More Changes Still Needed
Washington, Apr 4 – Congressman Dennis J. Kucinich (OH-10) issued the following statement in response to the Environmental Protection Agency (EPA) rule for Lead; Renovation, Repair, and Painting which was finalized Monday, March 31:
“I applaud the EPA for finally taking action, nearly two decades after Congress mandated it, to protect children, families, and workers from the hazards of lead poisoning as a result of home renovation,” said Kucinich.
On August 7, 2007, Congressman Kucinich sent a letter to EPA Administrator Stephen L. Johnson highlighting the need for revisions to the proposed rule regarding work practice standards, testing, and other issues. The final rule includes some of these proposed revisions, including banning the use of torching, power sanding, sand blasting, and heat guns by contractors to remove lead paint.
Lead exposure has been linked to cognitive deficits, attention span disorders, and violent crime in multiple studies. The EPA and Centers for Disease Control and Prevention (CDC) have said there is no safe level of exposure.
“In particular, I am happy to see the EPA heeded my call to include key work practice standards, which were omitted in the proposed rule,” said Kucinich.
“While I’m glad to see the EPA strengthen the rule over the earlier version they issued, there is still work to be done to prevent exposure to toxic lead during home remediations.
The EPA did not prohibit dry sanding and scraping or paint stripping in a poorly ventilated space, even though such practices are prohibited in HUD homes. The EPA also chose not to mandate clearance dust testing, the best method of finding lead in the home, or contaminated carpet replacement or treatment.
The text of the August letter from Kucinich to EPA Administrator Johnson follows:
August 7, 2007
The Hon. Stephen L. Johnson
Environmental Protection Agency
1200 Pennsylvania Avenue, NW, ARN
Room 3000, Mail Code 1101A
Washington, D.C. 20460-0001
Dear Administrator Johnson:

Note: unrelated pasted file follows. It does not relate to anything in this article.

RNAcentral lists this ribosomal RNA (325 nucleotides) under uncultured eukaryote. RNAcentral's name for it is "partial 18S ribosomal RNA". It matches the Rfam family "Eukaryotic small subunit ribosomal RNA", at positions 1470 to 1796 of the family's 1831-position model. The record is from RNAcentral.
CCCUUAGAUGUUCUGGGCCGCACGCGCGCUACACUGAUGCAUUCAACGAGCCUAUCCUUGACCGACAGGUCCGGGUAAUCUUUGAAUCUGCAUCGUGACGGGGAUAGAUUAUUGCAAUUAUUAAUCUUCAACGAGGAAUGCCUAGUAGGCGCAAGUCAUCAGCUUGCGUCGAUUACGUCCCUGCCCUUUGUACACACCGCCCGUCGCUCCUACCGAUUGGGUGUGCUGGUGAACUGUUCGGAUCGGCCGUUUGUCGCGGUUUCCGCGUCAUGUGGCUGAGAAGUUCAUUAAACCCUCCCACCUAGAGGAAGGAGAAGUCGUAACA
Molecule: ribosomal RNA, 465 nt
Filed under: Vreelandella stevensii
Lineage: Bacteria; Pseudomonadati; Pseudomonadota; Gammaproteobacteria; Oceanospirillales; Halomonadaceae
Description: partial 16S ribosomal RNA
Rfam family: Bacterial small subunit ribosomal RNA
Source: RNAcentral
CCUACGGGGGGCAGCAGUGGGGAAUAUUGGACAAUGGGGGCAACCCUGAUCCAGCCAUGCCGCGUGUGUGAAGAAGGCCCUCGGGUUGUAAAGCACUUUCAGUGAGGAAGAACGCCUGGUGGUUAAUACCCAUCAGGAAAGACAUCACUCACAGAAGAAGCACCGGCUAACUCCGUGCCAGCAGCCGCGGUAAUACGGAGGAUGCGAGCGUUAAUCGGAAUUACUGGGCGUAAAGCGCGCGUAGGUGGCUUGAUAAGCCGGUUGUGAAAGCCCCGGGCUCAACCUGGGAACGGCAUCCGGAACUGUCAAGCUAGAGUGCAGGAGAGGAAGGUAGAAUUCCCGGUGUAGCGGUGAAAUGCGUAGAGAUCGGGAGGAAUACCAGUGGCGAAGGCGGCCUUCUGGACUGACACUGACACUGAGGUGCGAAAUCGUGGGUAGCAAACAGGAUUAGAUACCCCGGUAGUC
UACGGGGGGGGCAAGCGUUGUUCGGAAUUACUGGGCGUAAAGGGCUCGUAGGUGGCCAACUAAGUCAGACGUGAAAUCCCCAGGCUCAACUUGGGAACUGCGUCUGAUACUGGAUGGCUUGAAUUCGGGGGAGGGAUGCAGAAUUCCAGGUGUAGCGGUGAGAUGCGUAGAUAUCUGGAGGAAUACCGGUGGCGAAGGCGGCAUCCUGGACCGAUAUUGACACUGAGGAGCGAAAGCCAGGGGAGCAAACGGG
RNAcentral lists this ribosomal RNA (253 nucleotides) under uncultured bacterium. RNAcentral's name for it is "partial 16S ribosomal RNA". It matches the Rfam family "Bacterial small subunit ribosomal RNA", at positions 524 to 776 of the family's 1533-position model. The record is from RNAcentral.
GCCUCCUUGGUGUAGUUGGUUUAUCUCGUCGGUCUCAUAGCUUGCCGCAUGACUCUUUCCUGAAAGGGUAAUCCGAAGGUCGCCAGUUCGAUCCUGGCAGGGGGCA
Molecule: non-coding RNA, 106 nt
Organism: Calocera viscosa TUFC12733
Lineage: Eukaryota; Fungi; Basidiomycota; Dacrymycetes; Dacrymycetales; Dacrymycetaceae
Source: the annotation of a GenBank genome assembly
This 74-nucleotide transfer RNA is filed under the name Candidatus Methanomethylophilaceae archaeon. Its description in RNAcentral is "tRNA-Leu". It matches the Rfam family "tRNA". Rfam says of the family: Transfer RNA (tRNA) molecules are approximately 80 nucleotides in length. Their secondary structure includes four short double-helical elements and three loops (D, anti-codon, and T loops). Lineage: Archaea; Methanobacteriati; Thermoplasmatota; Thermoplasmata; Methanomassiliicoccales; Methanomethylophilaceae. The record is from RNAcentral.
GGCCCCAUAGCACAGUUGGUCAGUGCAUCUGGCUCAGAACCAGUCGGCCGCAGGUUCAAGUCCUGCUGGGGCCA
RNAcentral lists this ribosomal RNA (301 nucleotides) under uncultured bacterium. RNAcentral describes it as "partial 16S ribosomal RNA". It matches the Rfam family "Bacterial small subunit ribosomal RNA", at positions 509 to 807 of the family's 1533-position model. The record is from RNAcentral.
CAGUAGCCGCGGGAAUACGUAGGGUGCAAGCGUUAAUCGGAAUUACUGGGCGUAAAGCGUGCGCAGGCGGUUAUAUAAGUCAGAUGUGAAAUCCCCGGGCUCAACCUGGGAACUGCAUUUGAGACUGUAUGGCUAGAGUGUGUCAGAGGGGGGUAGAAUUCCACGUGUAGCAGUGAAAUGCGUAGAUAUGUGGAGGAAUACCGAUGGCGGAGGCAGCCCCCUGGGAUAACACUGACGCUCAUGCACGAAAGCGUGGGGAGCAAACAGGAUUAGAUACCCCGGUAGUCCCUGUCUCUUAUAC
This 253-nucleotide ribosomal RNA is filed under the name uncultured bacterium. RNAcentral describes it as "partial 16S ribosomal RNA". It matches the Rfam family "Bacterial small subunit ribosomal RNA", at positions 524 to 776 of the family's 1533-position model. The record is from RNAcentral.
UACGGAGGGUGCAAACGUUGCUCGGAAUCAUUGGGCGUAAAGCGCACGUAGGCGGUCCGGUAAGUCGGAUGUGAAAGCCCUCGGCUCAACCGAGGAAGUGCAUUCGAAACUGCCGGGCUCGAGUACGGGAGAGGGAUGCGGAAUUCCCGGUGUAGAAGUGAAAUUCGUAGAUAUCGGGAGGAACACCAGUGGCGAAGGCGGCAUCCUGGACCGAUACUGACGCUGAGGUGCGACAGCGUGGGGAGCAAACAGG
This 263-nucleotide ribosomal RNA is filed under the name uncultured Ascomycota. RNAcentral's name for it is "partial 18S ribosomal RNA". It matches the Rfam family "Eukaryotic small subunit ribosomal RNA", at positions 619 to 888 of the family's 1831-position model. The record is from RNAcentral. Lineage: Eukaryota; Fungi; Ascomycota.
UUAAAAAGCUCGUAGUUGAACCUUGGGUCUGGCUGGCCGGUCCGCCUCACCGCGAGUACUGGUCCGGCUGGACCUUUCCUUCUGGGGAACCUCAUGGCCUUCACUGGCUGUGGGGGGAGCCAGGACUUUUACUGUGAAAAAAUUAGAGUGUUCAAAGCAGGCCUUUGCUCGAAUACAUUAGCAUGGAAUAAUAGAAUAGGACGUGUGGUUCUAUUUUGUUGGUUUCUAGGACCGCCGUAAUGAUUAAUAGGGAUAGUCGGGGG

I write to urge revision of the proposed Environmental Protection Agency (EPA) rule entitled “Lead; Renovation, Repair, and Painting Program” (EPA-HQ-OPT-2005-0049). It is essential that the EPA issue this well overdue rule which, with the following changes, will prioritize the prevention of childhood lead exposure.
It would be difficult to underestimate the impact of lead on our children. At least 310,000 children are considered to be lead poisoned, though that number is expected to be much higher because there is no safe level of exposure to lead according to many scientists and the EPA. As research methods and detection technologies advance, experts find health effects at blood lead levels previously thought to be safe.
In addition, the list of health effects is expanding. We have long known about lower IQs, onset of ADD/ADHD, and permanent kidney damage. Evidence for a link between crime and lead exposure in children is now mounting. A recent peer reviewed article has been among the most convincing, finding that variation in blood lead levels in preschool-aged children explains variation in crime trends (including theft, burglary, murder, rape, robbery and aggravated assault) in multiple developed countries. The study also finds early evidence for links between extreme levels of lead poisoning and murder.1
The proposed rule has several important deficiencies including an inappropriate reliance on “white glove” testing over clearance dust testing and the treatment of carpets. However, I am particularly concerned with the omission of work practice standards.
Prohibited methods of paint removal, repair, and renovation in affected facilities must be comprehensive to ensure the safety of both workers and occupants. The EPA admits that the proposed rule is weaker than comparable regulations affecting properties under the auspices of the Department of Housing and Urban Development.2 The omission of work practice standards in the proposed rule allows the possibility of significant exposure resulting from repairs or renovations. If dangerous work practices are allowed, new chances for exposure are created as lead that was previously bound up in sealed paint is aerosolized or turned into dust and distributed throughout the building. Any serious attempt to reduce exposure to lead exposure in children must ban unsafe work practices.
The idea that a child could be far more exposed to lead because the residence is covered by EPA regulations instead of HUD regulations is unjust. All children deserve the best possible protection.
I encourage you to act promptly to adopt protections at least as protective as those that apply to HUD housing. No child deserves less than the best possible protections from a toxic chemical that could deprive him or her of a fair chance at life and health.
Dennis J. Kucinich
Member of Congress
1. Environmental Research, Volume 104, Issue 3, July 2007, Pages 315-336
2. Part VI of the rule entitled “Statutory and Executive Order Reviews,” in Subpart C, Section 4, entitled Relevant Federal Rules
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